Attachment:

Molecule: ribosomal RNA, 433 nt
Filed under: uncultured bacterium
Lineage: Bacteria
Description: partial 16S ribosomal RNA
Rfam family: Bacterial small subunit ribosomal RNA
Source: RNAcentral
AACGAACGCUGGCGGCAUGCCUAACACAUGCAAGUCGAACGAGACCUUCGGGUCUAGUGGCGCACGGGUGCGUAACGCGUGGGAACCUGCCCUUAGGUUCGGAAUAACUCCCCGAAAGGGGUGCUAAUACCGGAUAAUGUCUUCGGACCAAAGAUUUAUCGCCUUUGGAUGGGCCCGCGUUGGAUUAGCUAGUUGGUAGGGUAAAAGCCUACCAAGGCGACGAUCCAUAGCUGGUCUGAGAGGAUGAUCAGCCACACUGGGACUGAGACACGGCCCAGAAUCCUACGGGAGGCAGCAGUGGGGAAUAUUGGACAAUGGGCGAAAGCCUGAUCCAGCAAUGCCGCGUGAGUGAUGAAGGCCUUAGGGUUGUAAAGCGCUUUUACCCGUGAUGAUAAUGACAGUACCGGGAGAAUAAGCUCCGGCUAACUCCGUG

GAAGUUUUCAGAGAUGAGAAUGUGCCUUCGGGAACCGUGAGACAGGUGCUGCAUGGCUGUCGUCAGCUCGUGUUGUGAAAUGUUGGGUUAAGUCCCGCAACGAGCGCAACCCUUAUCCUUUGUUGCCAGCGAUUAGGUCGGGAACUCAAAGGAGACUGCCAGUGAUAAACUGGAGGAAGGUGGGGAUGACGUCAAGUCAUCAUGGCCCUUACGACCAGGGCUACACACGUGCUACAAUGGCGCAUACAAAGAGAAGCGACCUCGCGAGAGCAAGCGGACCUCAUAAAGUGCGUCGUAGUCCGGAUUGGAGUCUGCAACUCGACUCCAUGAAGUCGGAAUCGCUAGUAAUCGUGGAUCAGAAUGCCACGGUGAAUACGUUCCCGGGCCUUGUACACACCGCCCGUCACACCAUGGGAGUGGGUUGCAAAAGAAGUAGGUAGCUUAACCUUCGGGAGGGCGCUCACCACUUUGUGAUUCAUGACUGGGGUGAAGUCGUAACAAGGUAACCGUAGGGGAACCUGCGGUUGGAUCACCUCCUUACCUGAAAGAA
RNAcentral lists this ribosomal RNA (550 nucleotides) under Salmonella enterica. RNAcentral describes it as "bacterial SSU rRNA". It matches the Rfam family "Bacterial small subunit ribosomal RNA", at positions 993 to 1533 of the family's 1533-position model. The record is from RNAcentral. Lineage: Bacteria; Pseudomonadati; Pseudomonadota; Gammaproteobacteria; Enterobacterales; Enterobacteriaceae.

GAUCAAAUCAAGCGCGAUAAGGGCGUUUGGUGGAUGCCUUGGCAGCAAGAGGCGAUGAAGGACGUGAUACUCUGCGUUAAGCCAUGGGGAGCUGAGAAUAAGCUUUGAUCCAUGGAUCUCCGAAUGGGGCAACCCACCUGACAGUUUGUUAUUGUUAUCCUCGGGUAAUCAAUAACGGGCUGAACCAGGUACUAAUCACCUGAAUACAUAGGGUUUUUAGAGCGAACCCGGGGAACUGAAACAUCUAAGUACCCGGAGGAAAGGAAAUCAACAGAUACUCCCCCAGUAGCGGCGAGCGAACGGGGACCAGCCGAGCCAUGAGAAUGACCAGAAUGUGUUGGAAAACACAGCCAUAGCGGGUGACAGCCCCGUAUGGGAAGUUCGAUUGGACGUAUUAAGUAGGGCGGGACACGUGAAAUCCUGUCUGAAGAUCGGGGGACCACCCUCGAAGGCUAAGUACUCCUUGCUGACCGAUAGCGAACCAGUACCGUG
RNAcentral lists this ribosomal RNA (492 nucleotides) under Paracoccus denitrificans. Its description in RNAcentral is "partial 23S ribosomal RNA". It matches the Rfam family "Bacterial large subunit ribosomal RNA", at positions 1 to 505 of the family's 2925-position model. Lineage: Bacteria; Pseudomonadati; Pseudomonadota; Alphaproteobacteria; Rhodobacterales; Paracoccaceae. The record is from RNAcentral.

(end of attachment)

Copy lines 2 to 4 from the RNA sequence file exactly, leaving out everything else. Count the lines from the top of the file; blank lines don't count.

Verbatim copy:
Filed under: uncultured bacterium
Lineage: Bacteria
Description: partial 16S ribosomal RNA